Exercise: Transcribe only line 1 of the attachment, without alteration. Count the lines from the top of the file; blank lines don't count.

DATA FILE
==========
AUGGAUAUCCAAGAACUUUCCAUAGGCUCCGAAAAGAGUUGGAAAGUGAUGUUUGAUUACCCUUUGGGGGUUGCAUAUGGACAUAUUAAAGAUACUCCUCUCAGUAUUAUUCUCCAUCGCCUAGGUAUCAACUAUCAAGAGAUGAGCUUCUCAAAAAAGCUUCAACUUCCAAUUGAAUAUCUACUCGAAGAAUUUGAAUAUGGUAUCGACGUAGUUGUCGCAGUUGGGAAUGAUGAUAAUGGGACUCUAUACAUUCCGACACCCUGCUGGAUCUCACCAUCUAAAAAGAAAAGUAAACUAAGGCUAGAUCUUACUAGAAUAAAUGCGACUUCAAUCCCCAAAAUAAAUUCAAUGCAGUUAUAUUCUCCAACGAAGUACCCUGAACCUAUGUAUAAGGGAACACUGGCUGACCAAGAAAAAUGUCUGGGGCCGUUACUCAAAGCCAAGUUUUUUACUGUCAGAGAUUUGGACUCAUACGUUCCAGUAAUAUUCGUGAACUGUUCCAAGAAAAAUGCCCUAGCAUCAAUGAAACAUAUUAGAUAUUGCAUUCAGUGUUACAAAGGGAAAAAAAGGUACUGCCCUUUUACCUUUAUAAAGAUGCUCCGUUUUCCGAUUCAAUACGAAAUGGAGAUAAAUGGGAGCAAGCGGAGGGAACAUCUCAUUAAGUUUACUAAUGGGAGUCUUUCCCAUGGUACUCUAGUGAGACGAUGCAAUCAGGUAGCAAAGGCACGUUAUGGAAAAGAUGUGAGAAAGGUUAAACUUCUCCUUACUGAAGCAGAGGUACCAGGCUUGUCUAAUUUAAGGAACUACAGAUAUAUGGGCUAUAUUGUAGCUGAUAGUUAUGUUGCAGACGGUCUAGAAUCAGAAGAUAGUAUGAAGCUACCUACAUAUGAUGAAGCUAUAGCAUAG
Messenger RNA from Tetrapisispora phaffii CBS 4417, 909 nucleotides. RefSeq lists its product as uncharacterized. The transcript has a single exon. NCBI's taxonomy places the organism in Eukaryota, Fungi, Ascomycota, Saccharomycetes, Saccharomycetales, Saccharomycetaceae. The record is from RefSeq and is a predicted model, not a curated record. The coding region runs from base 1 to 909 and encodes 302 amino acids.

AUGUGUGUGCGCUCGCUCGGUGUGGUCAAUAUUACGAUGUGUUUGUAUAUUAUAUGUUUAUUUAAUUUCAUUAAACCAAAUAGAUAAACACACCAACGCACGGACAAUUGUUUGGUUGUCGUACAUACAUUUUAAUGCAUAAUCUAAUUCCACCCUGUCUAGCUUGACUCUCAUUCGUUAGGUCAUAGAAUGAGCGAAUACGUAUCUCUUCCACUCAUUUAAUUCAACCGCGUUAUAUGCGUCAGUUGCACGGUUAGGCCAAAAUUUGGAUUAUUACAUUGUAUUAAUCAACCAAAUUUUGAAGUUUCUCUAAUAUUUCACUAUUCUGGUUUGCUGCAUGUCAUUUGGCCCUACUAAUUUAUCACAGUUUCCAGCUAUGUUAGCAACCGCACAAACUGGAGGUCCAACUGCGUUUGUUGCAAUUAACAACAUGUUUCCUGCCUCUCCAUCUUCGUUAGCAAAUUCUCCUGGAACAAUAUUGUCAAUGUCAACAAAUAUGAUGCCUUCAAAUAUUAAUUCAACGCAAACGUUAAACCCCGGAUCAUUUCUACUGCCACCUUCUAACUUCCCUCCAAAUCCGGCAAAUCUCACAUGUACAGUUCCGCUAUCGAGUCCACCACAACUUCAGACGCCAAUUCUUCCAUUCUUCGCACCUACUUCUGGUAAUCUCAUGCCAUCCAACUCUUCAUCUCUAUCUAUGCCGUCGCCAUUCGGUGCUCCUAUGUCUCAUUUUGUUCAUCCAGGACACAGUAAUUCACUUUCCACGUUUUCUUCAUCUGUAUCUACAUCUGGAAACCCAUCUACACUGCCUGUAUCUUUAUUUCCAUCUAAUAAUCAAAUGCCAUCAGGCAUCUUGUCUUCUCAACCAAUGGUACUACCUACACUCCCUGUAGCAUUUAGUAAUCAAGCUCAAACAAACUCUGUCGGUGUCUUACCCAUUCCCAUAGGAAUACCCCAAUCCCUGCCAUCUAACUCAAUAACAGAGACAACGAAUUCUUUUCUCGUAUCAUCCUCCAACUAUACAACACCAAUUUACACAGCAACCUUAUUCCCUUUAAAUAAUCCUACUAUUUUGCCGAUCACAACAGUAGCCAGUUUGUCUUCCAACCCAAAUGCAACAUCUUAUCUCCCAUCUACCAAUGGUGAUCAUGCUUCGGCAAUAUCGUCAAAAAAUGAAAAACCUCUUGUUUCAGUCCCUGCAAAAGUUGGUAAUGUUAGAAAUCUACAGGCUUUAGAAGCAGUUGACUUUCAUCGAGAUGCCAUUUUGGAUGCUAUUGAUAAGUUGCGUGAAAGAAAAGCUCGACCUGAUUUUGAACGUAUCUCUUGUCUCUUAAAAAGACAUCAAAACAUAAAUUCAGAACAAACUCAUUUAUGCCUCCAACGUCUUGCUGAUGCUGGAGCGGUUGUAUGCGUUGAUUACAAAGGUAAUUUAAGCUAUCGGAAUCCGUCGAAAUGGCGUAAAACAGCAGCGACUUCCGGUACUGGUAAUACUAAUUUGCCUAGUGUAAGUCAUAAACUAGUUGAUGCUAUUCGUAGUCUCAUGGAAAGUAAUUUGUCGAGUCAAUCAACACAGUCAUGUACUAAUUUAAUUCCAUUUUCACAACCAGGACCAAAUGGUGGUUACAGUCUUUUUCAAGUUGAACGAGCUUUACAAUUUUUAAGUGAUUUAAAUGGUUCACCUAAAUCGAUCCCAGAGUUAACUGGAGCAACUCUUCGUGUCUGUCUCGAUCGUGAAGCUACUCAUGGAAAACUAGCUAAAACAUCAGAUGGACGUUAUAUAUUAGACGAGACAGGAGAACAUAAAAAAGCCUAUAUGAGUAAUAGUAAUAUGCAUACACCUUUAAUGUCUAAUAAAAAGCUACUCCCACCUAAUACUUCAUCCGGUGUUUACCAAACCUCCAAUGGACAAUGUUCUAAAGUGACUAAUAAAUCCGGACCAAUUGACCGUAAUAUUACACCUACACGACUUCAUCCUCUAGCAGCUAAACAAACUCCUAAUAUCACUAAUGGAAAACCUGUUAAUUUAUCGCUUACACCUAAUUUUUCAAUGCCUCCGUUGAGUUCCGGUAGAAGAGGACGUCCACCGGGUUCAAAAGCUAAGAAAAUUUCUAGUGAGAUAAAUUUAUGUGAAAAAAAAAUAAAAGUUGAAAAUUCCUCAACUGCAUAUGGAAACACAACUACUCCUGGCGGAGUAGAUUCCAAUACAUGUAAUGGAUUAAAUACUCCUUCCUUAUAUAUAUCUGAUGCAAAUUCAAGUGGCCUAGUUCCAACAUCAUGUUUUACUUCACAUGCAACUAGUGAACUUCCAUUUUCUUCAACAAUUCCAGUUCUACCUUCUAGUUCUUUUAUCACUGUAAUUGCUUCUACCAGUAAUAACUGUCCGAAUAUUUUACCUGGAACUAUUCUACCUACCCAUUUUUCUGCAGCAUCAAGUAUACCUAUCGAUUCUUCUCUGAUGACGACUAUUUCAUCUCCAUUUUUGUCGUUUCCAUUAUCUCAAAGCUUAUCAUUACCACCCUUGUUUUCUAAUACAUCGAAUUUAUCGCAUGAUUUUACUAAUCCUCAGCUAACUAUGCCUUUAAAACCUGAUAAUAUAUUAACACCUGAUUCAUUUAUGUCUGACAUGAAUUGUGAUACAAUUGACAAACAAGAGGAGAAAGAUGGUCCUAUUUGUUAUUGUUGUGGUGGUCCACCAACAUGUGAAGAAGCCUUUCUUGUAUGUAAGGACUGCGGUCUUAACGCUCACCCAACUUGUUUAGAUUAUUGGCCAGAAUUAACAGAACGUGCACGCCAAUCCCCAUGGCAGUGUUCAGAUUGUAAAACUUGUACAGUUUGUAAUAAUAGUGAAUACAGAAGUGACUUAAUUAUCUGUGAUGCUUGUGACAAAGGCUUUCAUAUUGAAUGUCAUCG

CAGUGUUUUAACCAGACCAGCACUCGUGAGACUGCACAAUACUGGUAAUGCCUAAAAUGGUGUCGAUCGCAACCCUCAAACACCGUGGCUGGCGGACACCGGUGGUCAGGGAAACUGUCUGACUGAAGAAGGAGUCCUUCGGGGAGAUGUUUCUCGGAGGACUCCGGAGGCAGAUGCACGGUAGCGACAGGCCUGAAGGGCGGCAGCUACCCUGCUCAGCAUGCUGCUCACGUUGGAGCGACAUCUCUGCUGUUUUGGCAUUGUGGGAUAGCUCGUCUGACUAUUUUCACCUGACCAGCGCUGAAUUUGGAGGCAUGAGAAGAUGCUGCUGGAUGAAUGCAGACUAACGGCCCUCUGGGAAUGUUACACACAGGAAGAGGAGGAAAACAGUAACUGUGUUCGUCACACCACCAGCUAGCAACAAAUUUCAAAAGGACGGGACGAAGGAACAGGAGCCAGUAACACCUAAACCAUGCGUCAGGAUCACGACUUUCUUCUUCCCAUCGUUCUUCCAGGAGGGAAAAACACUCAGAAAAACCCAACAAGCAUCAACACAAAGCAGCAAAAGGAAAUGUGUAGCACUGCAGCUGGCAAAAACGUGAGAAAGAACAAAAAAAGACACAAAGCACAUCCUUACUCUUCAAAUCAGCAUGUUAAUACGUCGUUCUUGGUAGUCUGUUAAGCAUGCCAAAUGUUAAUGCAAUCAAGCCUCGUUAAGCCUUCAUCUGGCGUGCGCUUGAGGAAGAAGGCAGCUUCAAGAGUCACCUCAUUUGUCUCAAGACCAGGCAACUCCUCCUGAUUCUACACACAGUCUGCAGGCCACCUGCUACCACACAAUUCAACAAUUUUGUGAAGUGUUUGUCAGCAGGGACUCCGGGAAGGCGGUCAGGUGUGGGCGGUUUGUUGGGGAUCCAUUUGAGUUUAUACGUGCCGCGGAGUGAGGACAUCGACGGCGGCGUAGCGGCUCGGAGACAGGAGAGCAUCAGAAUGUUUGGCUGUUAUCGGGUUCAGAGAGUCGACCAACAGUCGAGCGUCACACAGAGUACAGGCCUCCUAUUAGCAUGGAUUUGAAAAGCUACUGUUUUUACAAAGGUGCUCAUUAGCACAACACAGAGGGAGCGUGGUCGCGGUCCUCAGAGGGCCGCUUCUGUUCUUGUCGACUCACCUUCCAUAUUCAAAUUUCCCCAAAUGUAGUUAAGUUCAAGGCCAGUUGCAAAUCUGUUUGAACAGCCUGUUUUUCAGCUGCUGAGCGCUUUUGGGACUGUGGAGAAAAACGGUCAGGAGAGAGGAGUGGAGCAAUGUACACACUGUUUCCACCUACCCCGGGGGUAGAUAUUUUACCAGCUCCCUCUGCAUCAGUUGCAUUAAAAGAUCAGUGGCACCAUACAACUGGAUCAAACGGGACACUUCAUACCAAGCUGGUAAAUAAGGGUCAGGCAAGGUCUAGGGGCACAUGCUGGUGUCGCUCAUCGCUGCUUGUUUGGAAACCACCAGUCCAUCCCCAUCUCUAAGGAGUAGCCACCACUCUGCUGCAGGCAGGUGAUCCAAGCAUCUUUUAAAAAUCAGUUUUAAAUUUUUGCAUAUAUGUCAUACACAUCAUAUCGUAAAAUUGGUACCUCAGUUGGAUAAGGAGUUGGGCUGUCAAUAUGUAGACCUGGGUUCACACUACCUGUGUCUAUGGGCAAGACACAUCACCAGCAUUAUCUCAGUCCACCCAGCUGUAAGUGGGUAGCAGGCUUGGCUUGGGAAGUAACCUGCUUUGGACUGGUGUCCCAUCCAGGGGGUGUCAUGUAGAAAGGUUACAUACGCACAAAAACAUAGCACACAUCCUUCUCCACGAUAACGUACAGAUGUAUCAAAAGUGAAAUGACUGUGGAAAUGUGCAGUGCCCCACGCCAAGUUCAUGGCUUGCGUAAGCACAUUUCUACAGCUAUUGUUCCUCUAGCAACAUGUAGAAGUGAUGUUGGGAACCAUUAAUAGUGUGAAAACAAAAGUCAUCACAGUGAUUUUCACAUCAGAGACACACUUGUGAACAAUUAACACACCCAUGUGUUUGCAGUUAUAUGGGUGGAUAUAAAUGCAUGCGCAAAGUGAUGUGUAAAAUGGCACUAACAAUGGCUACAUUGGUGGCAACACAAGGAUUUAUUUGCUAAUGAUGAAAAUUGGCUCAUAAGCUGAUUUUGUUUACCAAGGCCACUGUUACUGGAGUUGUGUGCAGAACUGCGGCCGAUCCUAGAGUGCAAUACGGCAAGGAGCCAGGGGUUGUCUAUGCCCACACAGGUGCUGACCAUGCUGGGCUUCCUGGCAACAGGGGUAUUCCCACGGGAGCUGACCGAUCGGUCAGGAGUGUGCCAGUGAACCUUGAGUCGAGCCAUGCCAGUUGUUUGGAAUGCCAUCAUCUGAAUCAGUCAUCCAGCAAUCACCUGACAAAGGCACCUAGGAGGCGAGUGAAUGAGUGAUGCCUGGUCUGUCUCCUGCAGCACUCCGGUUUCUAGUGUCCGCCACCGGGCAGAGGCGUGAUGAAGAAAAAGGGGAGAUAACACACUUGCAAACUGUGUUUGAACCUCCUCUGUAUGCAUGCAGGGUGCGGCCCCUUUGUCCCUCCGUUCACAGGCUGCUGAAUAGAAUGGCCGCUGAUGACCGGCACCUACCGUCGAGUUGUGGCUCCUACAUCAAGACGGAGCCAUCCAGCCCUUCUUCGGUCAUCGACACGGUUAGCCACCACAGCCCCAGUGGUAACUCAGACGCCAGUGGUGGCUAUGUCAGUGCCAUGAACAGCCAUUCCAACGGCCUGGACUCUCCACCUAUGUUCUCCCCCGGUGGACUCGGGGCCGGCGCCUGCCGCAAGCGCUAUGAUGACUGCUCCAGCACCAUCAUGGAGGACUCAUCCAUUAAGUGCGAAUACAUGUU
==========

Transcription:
AUGGAUAUCCAAGAACUUUCCAUAGGCUCCGAAAAGAGUUGGAAAGUGAUGUUUGAUUACCCUUUGGGGGUUGCAUAUGGACAUAUUAAAGAUACUCCUCUCAGUAUUAUUCUCCAUCGCCUAGGUAUCAACUAUCAAGAGAUGAGCUUCUCAAAAAAGCUUCAACUUCCAAUUGAAUAUCUACUCGAAGAAUUUGAAUAUGGUAUCGACGUAGUUGUCGCAGUUGGGAAUGAUGAUAAUGGGACUCUAUACAUUCCGACACCCUGCUGGAUCUCACCAUCUAAAAAGAAAAGUAAACUAAGGCUAGAUCUUACUAGAAUAAAUGCGACUUCAAUCCCCAAAAUAAAUUCAAUGCAGUUAUAUUCUCCAACGAAGUACCCUGAACCUAUGUAUAAGGGAACACUGGCUGACCAAGAAAAAUGUCUGGGGCCGUUACUCAAAGCCAAGUUUUUUACUGUCAGAGAUUUGGACUCAUACGUUCCAGUAAUAUUCGUGAACUGUUCCAAGAAAAAUGCCCUAGCAUCAAUGAAACAUAUUAGAUAUUGCAUUCAGUGUUACAAAGGGAAAAAAAGGUACUGCCCUUUUACCUUUAUAAAGAUGCUCCGUUUUCCGAUUCAAUACGAAAUGGAGAUAAAUGGGAGCAAGCGGAGGGAACAUCUCAUUAAGUUUACUAAUGGGAGUCUUUCCCAUGGUACUCUAGUGAGACGAUGCAAUCAGGUAGCAAAGGCACGUUAUGGAAAAGAUGUGAGAAAGGUUAAACUUCUCCUUACUGAAGCAGAGGUACCAGGCUUGUCUAAUUUAAGGAACUACAGAUAUAUGGGCUAUAUUGUAGCUGAUAGUUAUGUUGCAGACGGUCUAGAAUCAGAAGAUAGUAUGAAGCUACCUACAUAUGAUGAAGCUAUAGCAUAG